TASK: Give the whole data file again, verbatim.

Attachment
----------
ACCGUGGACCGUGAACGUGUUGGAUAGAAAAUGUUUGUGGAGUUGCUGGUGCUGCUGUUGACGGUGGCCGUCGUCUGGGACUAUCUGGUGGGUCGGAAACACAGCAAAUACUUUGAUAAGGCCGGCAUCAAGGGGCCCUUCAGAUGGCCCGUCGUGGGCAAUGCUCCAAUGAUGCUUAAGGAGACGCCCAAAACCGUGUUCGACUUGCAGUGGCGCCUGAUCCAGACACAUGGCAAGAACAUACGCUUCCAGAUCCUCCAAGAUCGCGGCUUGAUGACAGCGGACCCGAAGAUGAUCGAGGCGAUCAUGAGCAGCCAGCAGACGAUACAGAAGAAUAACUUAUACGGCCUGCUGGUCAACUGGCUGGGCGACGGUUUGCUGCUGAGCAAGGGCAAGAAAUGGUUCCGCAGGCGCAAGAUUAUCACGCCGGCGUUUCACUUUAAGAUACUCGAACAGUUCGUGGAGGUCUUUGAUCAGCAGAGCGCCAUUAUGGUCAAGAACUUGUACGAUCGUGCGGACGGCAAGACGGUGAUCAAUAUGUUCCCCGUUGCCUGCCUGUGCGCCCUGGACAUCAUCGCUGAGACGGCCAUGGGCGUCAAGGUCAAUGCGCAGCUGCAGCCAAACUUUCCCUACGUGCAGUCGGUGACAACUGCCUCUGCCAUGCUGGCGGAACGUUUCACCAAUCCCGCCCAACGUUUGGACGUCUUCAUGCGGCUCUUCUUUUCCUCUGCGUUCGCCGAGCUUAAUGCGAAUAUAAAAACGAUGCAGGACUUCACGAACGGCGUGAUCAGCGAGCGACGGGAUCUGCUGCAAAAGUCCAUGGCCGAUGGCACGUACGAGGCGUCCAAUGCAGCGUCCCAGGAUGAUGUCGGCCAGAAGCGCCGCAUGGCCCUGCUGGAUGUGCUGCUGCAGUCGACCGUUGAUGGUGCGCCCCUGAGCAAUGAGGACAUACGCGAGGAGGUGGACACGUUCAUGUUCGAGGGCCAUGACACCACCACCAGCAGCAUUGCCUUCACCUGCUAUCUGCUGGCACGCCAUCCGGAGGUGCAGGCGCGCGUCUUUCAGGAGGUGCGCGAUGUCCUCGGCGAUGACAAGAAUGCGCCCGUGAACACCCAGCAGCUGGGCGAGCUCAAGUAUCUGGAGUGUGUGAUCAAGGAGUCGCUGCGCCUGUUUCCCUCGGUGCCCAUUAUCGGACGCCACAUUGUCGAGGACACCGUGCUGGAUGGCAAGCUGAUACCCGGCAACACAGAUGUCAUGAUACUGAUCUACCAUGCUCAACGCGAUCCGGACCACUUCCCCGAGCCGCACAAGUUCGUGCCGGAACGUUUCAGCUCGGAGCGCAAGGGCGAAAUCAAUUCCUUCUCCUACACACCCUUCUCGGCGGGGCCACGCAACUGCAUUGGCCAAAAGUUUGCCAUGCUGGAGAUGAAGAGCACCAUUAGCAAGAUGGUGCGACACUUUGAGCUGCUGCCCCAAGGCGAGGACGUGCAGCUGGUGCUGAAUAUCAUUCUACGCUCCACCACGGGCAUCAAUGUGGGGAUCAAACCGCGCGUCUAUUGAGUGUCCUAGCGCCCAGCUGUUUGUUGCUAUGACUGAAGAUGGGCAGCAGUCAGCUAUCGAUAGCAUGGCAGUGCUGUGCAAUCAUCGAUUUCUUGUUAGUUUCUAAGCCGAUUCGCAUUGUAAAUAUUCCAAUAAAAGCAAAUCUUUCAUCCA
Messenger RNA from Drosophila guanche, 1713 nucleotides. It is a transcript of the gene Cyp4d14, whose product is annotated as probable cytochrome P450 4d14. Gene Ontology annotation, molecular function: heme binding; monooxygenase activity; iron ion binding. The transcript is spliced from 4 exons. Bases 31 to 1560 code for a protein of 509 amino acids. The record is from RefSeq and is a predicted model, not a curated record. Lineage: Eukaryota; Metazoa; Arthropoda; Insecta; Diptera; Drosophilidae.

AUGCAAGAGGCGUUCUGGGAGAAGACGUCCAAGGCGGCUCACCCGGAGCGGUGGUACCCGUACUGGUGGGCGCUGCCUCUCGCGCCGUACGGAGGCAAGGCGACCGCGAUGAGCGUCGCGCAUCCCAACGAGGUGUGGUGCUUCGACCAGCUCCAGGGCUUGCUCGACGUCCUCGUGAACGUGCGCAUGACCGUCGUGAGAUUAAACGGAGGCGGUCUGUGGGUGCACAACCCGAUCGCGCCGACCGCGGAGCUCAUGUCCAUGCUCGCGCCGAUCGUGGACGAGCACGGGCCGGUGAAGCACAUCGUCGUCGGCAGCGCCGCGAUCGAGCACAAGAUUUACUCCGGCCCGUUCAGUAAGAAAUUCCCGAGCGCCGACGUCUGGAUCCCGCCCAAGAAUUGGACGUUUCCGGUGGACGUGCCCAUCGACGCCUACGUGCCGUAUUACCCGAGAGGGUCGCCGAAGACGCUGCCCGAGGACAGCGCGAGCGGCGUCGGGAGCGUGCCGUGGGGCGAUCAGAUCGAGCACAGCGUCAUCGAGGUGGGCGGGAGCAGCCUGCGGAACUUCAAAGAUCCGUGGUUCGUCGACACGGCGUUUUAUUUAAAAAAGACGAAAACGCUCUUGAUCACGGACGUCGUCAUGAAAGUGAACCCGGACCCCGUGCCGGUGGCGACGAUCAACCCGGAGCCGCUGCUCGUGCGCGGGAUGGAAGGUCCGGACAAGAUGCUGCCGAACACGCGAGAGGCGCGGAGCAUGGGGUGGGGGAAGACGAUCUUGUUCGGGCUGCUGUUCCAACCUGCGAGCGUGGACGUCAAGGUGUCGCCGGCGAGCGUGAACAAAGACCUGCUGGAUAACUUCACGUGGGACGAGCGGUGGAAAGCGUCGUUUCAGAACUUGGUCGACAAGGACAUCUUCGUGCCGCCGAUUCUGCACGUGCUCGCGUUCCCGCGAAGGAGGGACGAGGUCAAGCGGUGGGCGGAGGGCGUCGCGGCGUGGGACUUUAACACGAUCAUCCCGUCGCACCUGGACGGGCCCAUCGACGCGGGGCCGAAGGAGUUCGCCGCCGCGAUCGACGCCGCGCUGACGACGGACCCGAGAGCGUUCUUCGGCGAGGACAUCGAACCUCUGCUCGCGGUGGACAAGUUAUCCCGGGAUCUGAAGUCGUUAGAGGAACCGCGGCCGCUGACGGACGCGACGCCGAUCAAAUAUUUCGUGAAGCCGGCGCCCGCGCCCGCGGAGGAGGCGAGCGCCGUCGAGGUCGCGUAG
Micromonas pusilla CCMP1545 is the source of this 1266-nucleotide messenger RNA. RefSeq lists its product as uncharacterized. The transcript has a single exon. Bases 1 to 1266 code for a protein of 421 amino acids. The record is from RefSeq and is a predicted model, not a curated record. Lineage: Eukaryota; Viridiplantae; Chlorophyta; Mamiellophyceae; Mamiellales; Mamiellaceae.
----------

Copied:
ACCGUGGACCGUGAACGUGUUGGAUAGAAAAUGUUUGUGGAGUUGCUGGUGCUGCUGUUGACGGUGGCCGUCGUCUGGGACUAUCUGGUGGGUCGGAAACACAGCAAAUACUUUGAUAAGGCCGGCAUCAAGGGGCCCUUCAGAUGGCCCGUCGUGGGCAAUGCUCCAAUGAUGCUUAAGGAGACGCCCAAAACCGUGUUCGACUUGCAGUGGCGCCUGAUCCAGACACAUGGCAAGAACAUACGCUUCCAGAUCCUCCAAGAUCGCGGCUUGAUGACAGCGGACCCGAAGAUGAUCGAGGCGAUCAUGAGCAGCCAGCAGACGAUACAGAAGAAUAACUUAUACGGCCUGCUGGUCAACUGGCUGGGCGACGGUUUGCUGCUGAGCAAGGGCAAGAAAUGGUUCCGCAGGCGCAAGAUUAUCACGCCGGCGUUUCACUUUAAGAUACUCGAACAGUUCGUGGAGGUCUUUGAUCAGCAGAGCGCCAUUAUGGUCAAGAACUUGUACGAUCGUGCGGACGGCAAGACGGUGAUCAAUAUGUUCCCCGUUGCCUGCCUGUGCGCCCUGGACAUCAUCGCUGAGACGGCCAUGGGCGUCAAGGUCAAUGCGCAGCUGCAGCCAAACUUUCCCUACGUGCAGUCGGUGACAACUGCCUCUGCCAUGCUGGCGGAACGUUUCACCAAUCCCGCCCAACGUUUGGACGUCUUCAUGCGGCUCUUCUUUUCCUCUGCGUUCGCCGAGCUUAAUGCGAAUAUAAAAACGAUGCAGGACUUCACGAACGGCGUGAUCAGCGAGCGACGGGAUCUGCUGCAAAAGUCCAUGGCCGAUGGCACGUACGAGGCGUCCAAUGCAGCGUCCCAGGAUGAUGUCGGCCAGAAGCGCCGCAUGGCCCUGCUGGAUGUGCUGCUGCAGUCGACCGUUGAUGGUGCGCCCCUGAGCAAUGAGGACAUACGCGAGGAGGUGGACACGUUCAUGUUCGAGGGCCAUGACACCACCACCAGCAGCAUUGCCUUCACCUGCUAUCUGCUGGCACGCCAUCCGGAGGUGCAGGCGCGCGUCUUUCAGGAGGUGCGCGAUGUCCUCGGCGAUGACAAGAAUGCGCCCGUGAACACCCAGCAGCUGGGCGAGCUCAAGUAUCUGGAGUGUGUGAUCAAGGAGUCGCUGCGCCUGUUUCCCUCGGUGCCCAUUAUCGGACGCCACAUUGUCGAGGACACCGUGCUGGAUGGCAAGCUGAUACCCGGCAACACAGAUGUCAUGAUACUGAUCUACCAUGCUCAACGCGAUCCGGACCACUUCCCCGAGCCGCACAAGUUCGUGCCGGAACGUUUCAGCUCGGAGCGCAAGGGCGAAAUCAAUUCCUUCUCCUACACACCCUUCUCGGCGGGGCCACGCAACUGCAUUGGCCAAAAGUUUGCCAUGCUGGAGAUGAAGAGCACCAUUAGCAAGAUGGUGCGACACUUUGAGCUGCUGCCCCAAGGCGAGGACGUGCAGCUGGUGCUGAAUAUCAUUCUACGCUCCACCACGGGCAUCAAUGUGGGGAUCAAACCGCGCGUCUAUUGAGUGUCCUAGCGCCCAGCUGUUUGUUGCUAUGACUGAAGAUGGGCAGCAGUCAGCUAUCGAUAGCAUGGCAGUGCUGUGCAAUCAUCGAUUUCUUGUUAGUUUCUAAGCCGAUUCGCAUUGUAAAUAUUCCAAUAAAAGCAAAUCUUUCAUCCA
Messenger RNA from Drosophila guanche, 1713 nucleotides. It is a transcript of the gene Cyp4d14, whose product is annotated as probable cytochrome P450 4d14. Gene Ontology annotation, molecular function: heme binding; monooxygenase activity; iron ion binding. The transcript is spliced from 4 exons. Bases 31 to 1560 code for a protein of 509 amino acids. The record is from RefSeq and is a predicted model, not a curated record. Lineage: Eukaryota; Metazoa; Arthropoda; Insecta; Diptera; Drosophilidae.

AUGCAAGAGGCGUUCUGGGAGAAGACGUCCAAGGCGGCUCACCCGGAGCGGUGGUACCCGUACUGGUGGGCGCUGCCUCUCGCGCCGUACGGAGGCAAGGCGACCGCGAUGAGCGUCGCGCAUCCCAACGAGGUGUGGUGCUUCGACCAGCUCCAGGGCUUGCUCGACGUCCUCGUGAACGUGCGCAUGACCGUCGUGAGAUUAAACGGAGGCGGUCUGUGGGUGCACAACCCGAUCGCGCCGACCGCGGAGCUCAUGUCCAUGCUCGCGCCGAUCGUGGACGAGCACGGGCCGGUGAAGCACAUCGUCGUCGGCAGCGCCGCGAUCGAGCACAAGAUUUACUCCGGCCCGUUCAGUAAGAAAUUCCCGAGCGCCGACGUCUGGAUCCCGCCCAAGAAUUGGACGUUUCCGGUGGACGUGCCCAUCGACGCCUACGUGCCGUAUUACCCGAGAGGGUCGCCGAAGACGCUGCCCGAGGACAGCGCGAGCGGCGUCGGGAGCGUGCCGUGGGGCGAUCAGAUCGAGCACAGCGUCAUCGAGGUGGGCGGGAGCAGCCUGCGGAACUUCAAAGAUCCGUGGUUCGUCGACACGGCGUUUUAUUUAAAAAAGACGAAAACGCUCUUGAUCACGGACGUCGUCAUGAAAGUGAACCCGGACCCCGUGCCGGUGGCGACGAUCAACCCGGAGCCGCUGCUCGUGCGCGGGAUGGAAGGUCCGGACAAGAUGCUGCCGAACACGCGAGAGGCGCGGAGCAUGGGGUGGGGGAAGACGAUCUUGUUCGGGCUGCUGUUCCAACCUGCGAGCGUGGACGUCAAGGUGUCGCCGGCGAGCGUGAACAAAGACCUGCUGGAUAACUUCACGUGGGACGAGCGGUGGAAAGCGUCGUUUCAGAACUUGGUCGACAAGGACAUCUUCGUGCCGCCGAUUCUGCACGUGCUCGCGUUCCCGCGAAGGAGGGACGAGGUCAAGCGGUGGGCGGAGGGCGUCGCGGCGUGGGACUUUAACACGAUCAUCCCGUCGCACCUGGACGGGCCCAUCGACGCGGGGCCGAAGGAGUUCGCCGCCGCGAUCGACGCCGCGCUGACGACGGACCCGAGAGCGUUCUUCGGCGAGGACAUCGAACCUCUGCUCGCGGUGGACAAGUUAUCCCGGGAUCUGAAGUCGUUAGAGGAACCGCGGCCGCUGACGGACGCGACGCCGAUCAAAUAUUUCGUGAAGCCGGCGCCCGCGCCCGCGGAGGAGGCGAGCGCCGUCGAGGUCGCGUAG
Micromonas pusilla CCMP1545 is the source of this 1266-nucleotide messenger RNA. RefSeq lists its product as uncharacterized. The transcript has a single exon. Bases 1 to 1266 code for a protein of 421 amino acids. The record is from RefSeq and is a predicted model, not a curated record. Lineage: Eukaryota; Viridiplantae; Chlorophyta; Mamiellophyceae; Mamiellales; Mamiellaceae.